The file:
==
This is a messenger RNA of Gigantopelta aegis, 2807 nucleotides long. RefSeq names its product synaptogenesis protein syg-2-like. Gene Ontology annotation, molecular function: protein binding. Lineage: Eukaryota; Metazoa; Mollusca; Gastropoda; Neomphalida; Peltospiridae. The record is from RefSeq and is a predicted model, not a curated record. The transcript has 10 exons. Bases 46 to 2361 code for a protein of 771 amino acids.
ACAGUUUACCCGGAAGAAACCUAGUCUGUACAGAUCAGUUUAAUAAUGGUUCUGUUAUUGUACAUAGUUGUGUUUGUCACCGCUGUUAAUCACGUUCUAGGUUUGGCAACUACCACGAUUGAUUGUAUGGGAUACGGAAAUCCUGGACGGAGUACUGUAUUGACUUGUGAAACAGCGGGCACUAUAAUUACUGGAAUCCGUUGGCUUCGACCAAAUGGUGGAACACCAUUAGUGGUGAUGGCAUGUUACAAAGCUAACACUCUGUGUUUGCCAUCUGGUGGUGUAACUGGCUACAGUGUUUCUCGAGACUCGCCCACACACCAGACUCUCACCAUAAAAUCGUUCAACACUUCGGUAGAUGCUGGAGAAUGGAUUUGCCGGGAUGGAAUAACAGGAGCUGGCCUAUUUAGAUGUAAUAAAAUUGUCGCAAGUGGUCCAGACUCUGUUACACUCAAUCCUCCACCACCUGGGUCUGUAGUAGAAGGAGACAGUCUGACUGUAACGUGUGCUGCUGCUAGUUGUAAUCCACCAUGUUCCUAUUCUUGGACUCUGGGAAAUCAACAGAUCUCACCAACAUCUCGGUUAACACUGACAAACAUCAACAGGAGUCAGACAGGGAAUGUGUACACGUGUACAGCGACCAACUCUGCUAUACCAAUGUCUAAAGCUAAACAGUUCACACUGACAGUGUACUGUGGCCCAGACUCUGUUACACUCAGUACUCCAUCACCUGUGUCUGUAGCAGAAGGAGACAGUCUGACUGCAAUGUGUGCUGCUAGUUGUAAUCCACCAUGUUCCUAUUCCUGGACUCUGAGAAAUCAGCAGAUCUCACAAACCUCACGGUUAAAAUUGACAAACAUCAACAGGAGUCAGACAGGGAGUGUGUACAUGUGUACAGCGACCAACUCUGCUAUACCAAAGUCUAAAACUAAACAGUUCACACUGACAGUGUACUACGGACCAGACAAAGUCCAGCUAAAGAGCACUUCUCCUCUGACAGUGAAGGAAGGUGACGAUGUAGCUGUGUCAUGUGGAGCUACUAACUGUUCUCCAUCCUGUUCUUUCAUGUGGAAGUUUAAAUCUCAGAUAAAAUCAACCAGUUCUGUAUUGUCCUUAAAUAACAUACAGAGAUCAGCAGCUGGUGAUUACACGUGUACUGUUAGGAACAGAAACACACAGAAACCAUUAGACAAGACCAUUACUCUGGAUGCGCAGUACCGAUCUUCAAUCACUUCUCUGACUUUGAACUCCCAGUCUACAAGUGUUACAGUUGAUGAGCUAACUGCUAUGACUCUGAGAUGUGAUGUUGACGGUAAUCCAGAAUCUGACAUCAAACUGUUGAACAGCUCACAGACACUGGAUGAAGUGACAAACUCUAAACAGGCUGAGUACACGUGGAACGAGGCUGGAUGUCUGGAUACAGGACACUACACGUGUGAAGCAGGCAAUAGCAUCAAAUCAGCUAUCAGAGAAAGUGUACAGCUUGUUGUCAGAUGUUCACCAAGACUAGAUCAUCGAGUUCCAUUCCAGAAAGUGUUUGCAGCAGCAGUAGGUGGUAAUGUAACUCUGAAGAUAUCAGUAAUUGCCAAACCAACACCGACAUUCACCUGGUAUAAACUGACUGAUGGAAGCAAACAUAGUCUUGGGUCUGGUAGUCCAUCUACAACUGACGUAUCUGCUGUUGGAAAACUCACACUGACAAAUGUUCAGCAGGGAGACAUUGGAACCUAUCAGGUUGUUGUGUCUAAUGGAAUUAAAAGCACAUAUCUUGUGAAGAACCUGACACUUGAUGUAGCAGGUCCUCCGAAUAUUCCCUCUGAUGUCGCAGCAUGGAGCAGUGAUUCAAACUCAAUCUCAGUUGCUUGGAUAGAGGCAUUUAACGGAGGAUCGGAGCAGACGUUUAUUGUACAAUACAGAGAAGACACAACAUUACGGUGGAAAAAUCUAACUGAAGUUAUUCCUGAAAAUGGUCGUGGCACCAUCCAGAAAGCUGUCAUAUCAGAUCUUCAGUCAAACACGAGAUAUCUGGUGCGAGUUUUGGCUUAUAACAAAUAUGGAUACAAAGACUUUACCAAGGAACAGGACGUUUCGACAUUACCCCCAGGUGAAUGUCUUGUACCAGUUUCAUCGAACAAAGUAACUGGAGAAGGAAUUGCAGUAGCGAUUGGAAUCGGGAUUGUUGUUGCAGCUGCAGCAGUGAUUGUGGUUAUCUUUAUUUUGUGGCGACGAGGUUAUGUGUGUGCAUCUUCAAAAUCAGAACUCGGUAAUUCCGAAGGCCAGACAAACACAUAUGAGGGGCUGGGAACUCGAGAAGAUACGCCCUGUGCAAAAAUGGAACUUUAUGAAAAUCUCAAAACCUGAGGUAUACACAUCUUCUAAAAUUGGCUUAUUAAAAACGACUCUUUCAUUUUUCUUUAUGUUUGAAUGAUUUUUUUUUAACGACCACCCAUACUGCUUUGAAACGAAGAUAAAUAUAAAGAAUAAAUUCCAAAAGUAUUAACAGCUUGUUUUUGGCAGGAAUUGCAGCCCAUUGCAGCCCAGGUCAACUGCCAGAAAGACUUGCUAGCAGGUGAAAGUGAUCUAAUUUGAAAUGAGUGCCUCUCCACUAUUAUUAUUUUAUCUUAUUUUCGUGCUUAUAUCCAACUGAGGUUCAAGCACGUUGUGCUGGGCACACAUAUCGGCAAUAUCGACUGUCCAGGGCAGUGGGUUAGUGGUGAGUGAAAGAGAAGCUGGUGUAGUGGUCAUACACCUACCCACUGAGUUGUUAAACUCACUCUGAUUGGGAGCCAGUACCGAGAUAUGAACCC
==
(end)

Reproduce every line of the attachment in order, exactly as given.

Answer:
This is a messenger RNA of Gigantopelta aegis, 2807 nucleotides long. RefSeq names its product synaptogenesis protein syg-2-like. Gene Ontology annotation, molecular function: protein binding. Lineage: Eukaryota; Metazoa; Mollusca; Gastropoda; Neomphalida; Peltospiridae. The record is from RefSeq and is a predicted model, not a curated record. The transcript has 10 exons. Bases 46 to 2361 code for a protein of 771 amino acids.
ACAGUUUACCCGGAAGAAACCUAGUCUGUACAGAUCAGUUUAAUAAUGGUUCUGUUAUUGUACAUAGUUGUGUUUGUCACCGCUGUUAAUCACGUUCUAGGUUUGGCAACUACCACGAUUGAUUGUAUGGGAUACGGAAAUCCUGGACGGAGUACUGUAUUGACUUGUGAAACAGCGGGCACUAUAAUUACUGGAAUCCGUUGGCUUCGACCAAAUGGUGGAACACCAUUAGUGGUGAUGGCAUGUUACAAAGCUAACACUCUGUGUUUGCCAUCUGGUGGUGUAACUGGCUACAGUGUUUCUCGAGACUCGCCCACACACCAGACUCUCACCAUAAAAUCGUUCAACACUUCGGUAGAUGCUGGAGAAUGGAUUUGCCGGGAUGGAAUAACAGGAGCUGGCCUAUUUAGAUGUAAUAAAAUUGUCGCAAGUGGUCCAGACUCUGUUACACUCAAUCCUCCACCACCUGGGUCUGUAGUAGAAGGAGACAGUCUGACUGUAACGUGUGCUGCUGCUAGUUGUAAUCCACCAUGUUCCUAUUCUUGGACUCUGGGAAAUCAACAGAUCUCACCAACAUCUCGGUUAACACUGACAAACAUCAACAGGAGUCAGACAGGGAAUGUGUACACGUGUACAGCGACCAACUCUGCUAUACCAAUGUCUAAAGCUAAACAGUUCACACUGACAGUGUACUGUGGCCCAGACUCUGUUACACUCAGUACUCCAUCACCUGUGUCUGUAGCAGAAGGAGACAGUCUGACUGCAAUGUGUGCUGCUAGUUGUAAUCCACCAUGUUCCUAUUCCUGGACUCUGAGAAAUCAGCAGAUCUCACAAACCUCACGGUUAAAAUUGACAAACAUCAACAGGAGUCAGACAGGGAGUGUGUACAUGUGUACAGCGACCAACUCUGCUAUACCAAAGUCUAAAACUAAACAGUUCACACUGACAGUGUACUACGGACCAGACAAAGUCCAGCUAAAGAGCACUUCUCCUCUGACAGUGAAGGAAGGUGACGAUGUAGCUGUGUCAUGUGGAGCUACUAACUGUUCUCCAUCCUGUUCUUUCAUGUGGAAGUUUAAAUCUCAGAUAAAAUCAACCAGUUCUGUAUUGUCCUUAAAUAACAUACAGAGAUCAGCAGCUGGUGAUUACACGUGUACUGUUAGGAACAGAAACACACAGAAACCAUUAGACAAGACCAUUACUCUGGAUGCGCAGUACCGAUCUUCAAUCACUUCUCUGACUUUGAACUCCCAGUCUACAAGUGUUACAGUUGAUGAGCUAACUGCUAUGACUCUGAGAUGUGAUGUUGACGGUAAUCCAGAAUCUGACAUCAAACUGUUGAACAGCUCACAGACACUGGAUGAAGUGACAAACUCUAAACAGGCUGAGUACACGUGGAACGAGGCUGGAUGUCUGGAUACAGGACACUACACGUGUGAAGCAGGCAAUAGCAUCAAAUCAGCUAUCAGAGAAAGUGUACAGCUUGUUGUCAGAUGUUCACCAAGACUAGAUCAUCGAGUUCCAUUCCAGAAAGUGUUUGCAGCAGCAGUAGGUGGUAAUGUAACUCUGAAGAUAUCAGUAAUUGCCAAACCAACACCGACAUUCACCUGGUAUAAACUGACUGAUGGAAGCAAACAUAGUCUUGGGUCUGGUAGUCCAUCUACAACUGACGUAUCUGCUGUUGGAAAACUCACACUGACAAAUGUUCAGCAGGGAGACAUUGGAACCUAUCAGGUUGUUGUGUCUAAUGGAAUUAAAAGCACAUAUCUUGUGAAGAACCUGACACUUGAUGUAGCAGGUCCUCCGAAUAUUCCCUCUGAUGUCGCAGCAUGGAGCAGUGAUUCAAACUCAAUCUCAGUUGCUUGGAUAGAGGCAUUUAACGGAGGAUCGGAGCAGACGUUUAUUGUACAAUACAGAGAAGACACAACAUUACGGUGGAAAAAUCUAACUGAAGUUAUUCCUGAAAAUGGUCGUGGCACCAUCCAGAAAGCUGUCAUAUCAGAUCUUCAGUCAAACACGAGAUAUCUGGUGCGAGUUUUGGCUUAUAACAAAUAUGGAUACAAAGACUUUACCAAGGAACAGGACGUUUCGACAUUACCCCCAGGUGAAUGUCUUGUACCAGUUUCAUCGAACAAAGUAACUGGAGAAGGAAUUGCAGUAGCGAUUGGAAUCGGGAUUGUUGUUGCAGCUGCAGCAGUGAUUGUGGUUAUCUUUAUUUUGUGGCGACGAGGUUAUGUGUGUGCAUCUUCAAAAUCAGAACUCGGUAAUUCCGAAGGCCAGACAAACACAUAUGAGGGGCUGGGAACUCGAGAAGAUACGCCCUGUGCAAAAAUGGAACUUUAUGAAAAUCUCAAAACCUGAGGUAUACACAUCUUCUAAAAUUGGCUUAUUAAAAACGACUCUUUCAUUUUUCUUUAUGUUUGAAUGAUUUUUUUUUAACGACCACCCAUACUGCUUUGAAACGAAGAUAAAUAUAAAGAAUAAAUUCCAAAAGUAUUAACAGCUUGUUUUUGGCAGGAAUUGCAGCCCAUUGCAGCCCAGGUCAACUGCCAGAAAGACUUGCUAGCAGGUGAAAGUGAUCUAAUUUGAAAUGAGUGCCUCUCCACUAUUAUUAUUUUAUCUUAUUUUCGUGCUUAUAUCCAACUGAGGUUCAAGCACGUUGUGCUGGGCACACAUAUCGGCAAUAUCGACUGUCCAGGGCAGUGGGUUAGUGGUGAGUGAAAGAGAAGCUGGUGUAGUGGUCAUACACCUACCCACUGAGUUGUUAAACUCACUCUGAUUGGGAGCCAGUACCGAGAUAUGAACCC